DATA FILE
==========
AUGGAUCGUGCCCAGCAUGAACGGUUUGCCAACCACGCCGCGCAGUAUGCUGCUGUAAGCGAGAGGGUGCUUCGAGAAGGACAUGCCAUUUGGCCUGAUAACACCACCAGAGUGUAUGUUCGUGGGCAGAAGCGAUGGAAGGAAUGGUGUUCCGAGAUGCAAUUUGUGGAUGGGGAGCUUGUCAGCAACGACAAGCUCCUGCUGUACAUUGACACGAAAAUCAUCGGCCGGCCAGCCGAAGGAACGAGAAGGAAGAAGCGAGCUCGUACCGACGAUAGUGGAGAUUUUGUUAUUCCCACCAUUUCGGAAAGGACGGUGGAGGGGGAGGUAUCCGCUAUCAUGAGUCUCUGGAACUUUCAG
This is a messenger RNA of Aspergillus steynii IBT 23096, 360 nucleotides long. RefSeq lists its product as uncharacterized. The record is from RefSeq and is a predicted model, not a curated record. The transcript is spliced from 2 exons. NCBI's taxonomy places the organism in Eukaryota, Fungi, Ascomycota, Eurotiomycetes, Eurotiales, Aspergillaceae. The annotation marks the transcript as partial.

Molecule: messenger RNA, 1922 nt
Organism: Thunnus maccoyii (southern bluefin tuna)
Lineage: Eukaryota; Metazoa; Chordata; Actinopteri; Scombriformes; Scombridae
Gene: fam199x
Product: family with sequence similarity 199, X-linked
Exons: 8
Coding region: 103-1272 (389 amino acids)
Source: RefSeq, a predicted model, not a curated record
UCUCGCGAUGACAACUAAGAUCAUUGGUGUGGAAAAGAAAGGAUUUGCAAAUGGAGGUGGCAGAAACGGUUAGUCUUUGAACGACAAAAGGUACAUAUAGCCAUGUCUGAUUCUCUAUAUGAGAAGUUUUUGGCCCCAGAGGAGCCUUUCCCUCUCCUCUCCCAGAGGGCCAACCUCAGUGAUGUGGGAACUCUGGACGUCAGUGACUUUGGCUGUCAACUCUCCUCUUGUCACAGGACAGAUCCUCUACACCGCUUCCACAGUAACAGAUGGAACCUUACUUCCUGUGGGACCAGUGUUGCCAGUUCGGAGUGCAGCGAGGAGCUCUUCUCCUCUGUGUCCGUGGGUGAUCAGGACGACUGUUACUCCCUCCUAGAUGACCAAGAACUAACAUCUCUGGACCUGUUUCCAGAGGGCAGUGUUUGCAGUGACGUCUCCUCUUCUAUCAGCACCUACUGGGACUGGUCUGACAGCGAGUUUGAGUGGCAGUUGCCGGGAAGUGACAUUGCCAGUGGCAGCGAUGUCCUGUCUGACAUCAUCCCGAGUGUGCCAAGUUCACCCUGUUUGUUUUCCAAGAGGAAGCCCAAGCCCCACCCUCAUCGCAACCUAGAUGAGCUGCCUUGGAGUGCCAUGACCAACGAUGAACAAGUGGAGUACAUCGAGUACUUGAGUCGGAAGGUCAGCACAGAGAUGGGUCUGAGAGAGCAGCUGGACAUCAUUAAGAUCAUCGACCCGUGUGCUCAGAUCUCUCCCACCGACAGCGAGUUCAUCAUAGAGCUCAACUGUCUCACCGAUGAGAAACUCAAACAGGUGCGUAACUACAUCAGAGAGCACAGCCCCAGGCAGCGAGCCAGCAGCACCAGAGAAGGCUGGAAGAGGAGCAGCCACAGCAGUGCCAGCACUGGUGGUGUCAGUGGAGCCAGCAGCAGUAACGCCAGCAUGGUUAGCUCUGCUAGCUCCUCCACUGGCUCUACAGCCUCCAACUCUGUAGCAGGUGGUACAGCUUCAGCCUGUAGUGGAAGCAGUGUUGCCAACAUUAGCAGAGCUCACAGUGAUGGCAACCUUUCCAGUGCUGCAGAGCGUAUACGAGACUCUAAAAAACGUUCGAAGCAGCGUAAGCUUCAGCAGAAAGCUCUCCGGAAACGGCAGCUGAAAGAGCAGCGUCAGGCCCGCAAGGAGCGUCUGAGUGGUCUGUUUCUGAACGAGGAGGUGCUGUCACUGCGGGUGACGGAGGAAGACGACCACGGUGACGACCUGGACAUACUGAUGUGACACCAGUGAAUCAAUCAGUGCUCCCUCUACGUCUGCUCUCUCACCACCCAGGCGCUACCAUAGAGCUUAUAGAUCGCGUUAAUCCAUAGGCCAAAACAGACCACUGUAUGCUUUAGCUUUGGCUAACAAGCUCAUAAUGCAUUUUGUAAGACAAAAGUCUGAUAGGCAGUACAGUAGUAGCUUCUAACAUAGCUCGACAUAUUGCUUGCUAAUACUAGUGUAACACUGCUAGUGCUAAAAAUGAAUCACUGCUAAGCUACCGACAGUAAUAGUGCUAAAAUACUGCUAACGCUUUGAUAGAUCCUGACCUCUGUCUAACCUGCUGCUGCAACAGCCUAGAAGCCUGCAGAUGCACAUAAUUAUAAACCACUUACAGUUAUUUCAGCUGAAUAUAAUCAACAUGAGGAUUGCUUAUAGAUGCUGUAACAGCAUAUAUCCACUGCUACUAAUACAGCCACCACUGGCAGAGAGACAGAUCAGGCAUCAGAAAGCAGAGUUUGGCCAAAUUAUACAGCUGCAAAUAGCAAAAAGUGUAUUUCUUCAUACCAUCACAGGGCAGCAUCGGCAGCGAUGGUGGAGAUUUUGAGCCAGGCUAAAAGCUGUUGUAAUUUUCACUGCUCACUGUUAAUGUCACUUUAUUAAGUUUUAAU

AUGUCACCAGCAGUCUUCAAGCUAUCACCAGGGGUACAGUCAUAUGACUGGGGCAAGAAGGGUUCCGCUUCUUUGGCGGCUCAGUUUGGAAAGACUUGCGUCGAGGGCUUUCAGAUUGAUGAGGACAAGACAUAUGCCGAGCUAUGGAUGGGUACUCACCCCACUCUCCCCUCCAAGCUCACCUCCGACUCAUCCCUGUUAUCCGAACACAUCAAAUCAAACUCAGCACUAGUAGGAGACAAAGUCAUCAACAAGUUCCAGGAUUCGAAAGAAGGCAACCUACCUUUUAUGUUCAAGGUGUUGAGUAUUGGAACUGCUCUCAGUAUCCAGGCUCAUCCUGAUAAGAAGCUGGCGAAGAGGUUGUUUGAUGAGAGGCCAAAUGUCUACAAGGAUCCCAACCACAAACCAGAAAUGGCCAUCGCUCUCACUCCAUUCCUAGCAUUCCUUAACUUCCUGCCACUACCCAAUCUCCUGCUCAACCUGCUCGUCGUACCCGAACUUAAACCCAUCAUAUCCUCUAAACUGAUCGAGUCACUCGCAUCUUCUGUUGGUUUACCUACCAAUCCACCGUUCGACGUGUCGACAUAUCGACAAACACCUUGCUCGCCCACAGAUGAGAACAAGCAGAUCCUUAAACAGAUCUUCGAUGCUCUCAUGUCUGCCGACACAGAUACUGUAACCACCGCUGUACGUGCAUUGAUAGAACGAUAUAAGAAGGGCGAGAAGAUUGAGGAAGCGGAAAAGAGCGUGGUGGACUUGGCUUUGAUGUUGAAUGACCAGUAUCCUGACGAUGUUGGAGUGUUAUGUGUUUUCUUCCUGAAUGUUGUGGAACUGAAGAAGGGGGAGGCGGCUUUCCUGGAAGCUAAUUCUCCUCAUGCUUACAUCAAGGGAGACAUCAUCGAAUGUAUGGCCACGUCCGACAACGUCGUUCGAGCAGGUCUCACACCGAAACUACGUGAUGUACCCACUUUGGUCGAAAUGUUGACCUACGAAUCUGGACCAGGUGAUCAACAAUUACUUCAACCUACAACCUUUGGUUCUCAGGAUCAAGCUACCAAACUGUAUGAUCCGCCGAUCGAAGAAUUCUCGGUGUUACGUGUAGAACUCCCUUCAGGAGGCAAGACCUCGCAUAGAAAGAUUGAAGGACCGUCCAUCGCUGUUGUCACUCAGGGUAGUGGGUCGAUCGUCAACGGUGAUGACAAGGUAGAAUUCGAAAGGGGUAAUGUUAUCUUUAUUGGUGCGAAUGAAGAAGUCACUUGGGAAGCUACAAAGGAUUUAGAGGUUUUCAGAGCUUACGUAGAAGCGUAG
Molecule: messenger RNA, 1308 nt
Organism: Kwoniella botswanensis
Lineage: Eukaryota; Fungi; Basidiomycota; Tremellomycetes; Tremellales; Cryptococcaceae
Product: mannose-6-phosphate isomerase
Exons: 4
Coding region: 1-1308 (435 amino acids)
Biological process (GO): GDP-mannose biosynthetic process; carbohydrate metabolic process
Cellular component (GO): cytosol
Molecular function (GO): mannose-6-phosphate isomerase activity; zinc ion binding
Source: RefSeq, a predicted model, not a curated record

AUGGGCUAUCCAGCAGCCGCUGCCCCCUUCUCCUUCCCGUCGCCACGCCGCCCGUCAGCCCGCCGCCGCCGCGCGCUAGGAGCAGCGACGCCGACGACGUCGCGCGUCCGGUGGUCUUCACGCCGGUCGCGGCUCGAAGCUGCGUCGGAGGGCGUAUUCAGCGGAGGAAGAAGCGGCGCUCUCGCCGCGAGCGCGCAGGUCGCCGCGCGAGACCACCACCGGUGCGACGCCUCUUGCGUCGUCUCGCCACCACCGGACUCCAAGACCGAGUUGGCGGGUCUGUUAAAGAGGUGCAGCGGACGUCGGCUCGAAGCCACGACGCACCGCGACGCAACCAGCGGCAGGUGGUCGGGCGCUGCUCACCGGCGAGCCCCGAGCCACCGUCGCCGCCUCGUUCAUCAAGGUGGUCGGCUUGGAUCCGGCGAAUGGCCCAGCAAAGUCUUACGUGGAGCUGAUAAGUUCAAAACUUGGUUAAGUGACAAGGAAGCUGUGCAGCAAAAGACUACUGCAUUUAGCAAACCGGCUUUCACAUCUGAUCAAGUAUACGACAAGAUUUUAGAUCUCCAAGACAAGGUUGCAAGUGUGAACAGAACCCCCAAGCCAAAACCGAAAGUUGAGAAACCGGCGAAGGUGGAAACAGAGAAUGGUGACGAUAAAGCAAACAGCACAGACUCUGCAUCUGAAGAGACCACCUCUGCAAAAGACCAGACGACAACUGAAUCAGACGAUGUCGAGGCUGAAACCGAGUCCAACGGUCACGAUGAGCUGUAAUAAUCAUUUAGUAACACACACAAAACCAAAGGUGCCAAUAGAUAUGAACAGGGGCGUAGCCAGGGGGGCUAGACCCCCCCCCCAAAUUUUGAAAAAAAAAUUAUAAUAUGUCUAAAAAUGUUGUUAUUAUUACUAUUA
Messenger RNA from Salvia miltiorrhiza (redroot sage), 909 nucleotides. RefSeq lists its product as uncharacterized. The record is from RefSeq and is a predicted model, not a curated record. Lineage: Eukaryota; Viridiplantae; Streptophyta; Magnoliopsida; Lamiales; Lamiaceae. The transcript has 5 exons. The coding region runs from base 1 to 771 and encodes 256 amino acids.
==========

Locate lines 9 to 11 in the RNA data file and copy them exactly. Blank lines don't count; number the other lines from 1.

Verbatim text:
Coding region: 103-1272 (389 amino acids)
Source: RefSeq, a predicted model, not a curated record
UCUCGCGAUGACAACUAAGAUCAUUGGUGUGGAAAAGAAAGGAUUUGCAAAUGGAGGUGGCAGAAACGGUUAGUCUUUGAACGACAAAAGGUACAUAUAGCCAUGUCUGAUUCUCUAUAUGAGAAGUUUUUGGCCCCAGAGGAGCCUUUCCCUCUCCUCUCCCAGAGGGCCAACCUCAGUGAUGUGGGAACUCUGGACGUCAGUGACUUUGGCUGUCAACUCUCCUCUUGUCACAGGACAGAUCCUCUACACCGCUUCCACAGUAACAGAUGGAACCUUACUUCCUGUGGGACCAGUGUUGCCAGUUCGGAGUGCAGCGAGGAGCUCUUCUCCUCUGUGUCCGUGGGUGAUCAGGACGACUGUUACUCCCUCCUAGAUGACCAAGAACUAACAUCUCUGGACCUGUUUCCAGAGGGCAGUGUUUGCAGUGACGUCUCCUCUUCUAUCAGCACCUACUGGGACUGGUCUGACAGCGAGUUUGAGUGGCAGUUGCCGGGAAGUGACAUUGCCAGUGGCAGCGAUGUCCUGUCUGACAUCAUCCCGAGUGUGCCAAGUUCACCCUGUUUGUUUUCCAAGAGGAAGCCCAAGCCCCACCCUCAUCGCAACCUAGAUGAGCUGCCUUGGAGUGCCAUGACCAACGAUGAACAAGUGGAGUACAUCGAGUACUUGAGUCGGAAGGUCAGCACAGAGAUGGGUCUGAGAGAGCAGCUGGACAUCAUUAAGAUCAUCGACCCGUGUGCUCAGAUCUCUCCCACCGACAGCGAGUUCAUCAUAGAGCUCAACUGUCUCACCGAUGAGAAACUCAAACAGGUGCGUAACUACAUCAGAGAGCACAGCCCCAGGCAGCGAGCCAGCAGCACCAGAGAAGGCUGGAAGAGGAGCAGCCACAGCAGUGCCAGCACUGGUGGUGUCAGUGGAGCCAGCAGCAGUAACGCCAGCAUGGUUAGCUCUGCUAGCUCCUCCACUGGCUCUACAGCCUCCAACUCUGUAGCAGGUGGUACAGCUUCAGCCUGUAGUGGAAGCAGUGUUGCCAACAUUAGCAGAGCUCACAGUGAUGGCAACCUUUCCAGUGCUGCAGAGCGUAUACGAGACUCUAAAAAACGUUCGAAGCAGCGUAAGCUUCAGCAGAAAGCUCUCCGGAAACGGCAGCUGAAAGAGCAGCGUCAGGCCCGCAAGGAGCGUCUGAGUGGUCUGUUUCUGAACGAGGAGGUGCUGUCACUGCGGGUGACGGAGGAAGACGACCACGGUGACGACCUGGACAUACUGAUGUGACACCAGUGAAUCAAUCAGUGCUCCCUCUACGUCUGCUCUCUCACCACCCAGGCGCUACCAUAGAGCUUAUAGAUCGCGUUAAUCCAUAGGCCAAAACAGACCACUGUAUGCUUUAGCUUUGGCUAACAAGCUCAUAAUGCAUUUUGUAAGACAAAAGUCUGAUAGGCAGUACAGUAGUAGCUUCUAACAUAGCUCGACAUAUUGCUUGCUAAUACUAGUGUAACACUGCUAGUGCUAAAAAUGAAUCACUGCUAAGCUACCGACAGUAAUAGUGCUAAAAUACUGCUAACGCUUUGAUAGAUCCUGACCUCUGUCUAACCUGCUGCUGCAACAGCCUAGAAGCCUGCAGAUGCACAUAAUUAUAAACCACUUACAGUUAUUUCAGCUGAAUAUAAUCAACAUGAGGAUUGCUUAUAGAUGCUGUAACAGCAUAUAUCCACUGCUACUAAUACAGCCACCACUGGCAGAGAGACAGAUCAGGCAUCAGAAAGCAGAGUUUGGCCAAAUUAUACAGCUGCAAAUAGCAAAAAGUGUAUUUCUUCAUACCAUCACAGGGCAGCAUCGGCAGCGAUGGUGGAGAUUUUGAGCCAGGCUAAAAGCUGUUGUAAUUUUCACUGCUCACUGUUAAUGUCACUUUAUUAAGUUUUAAU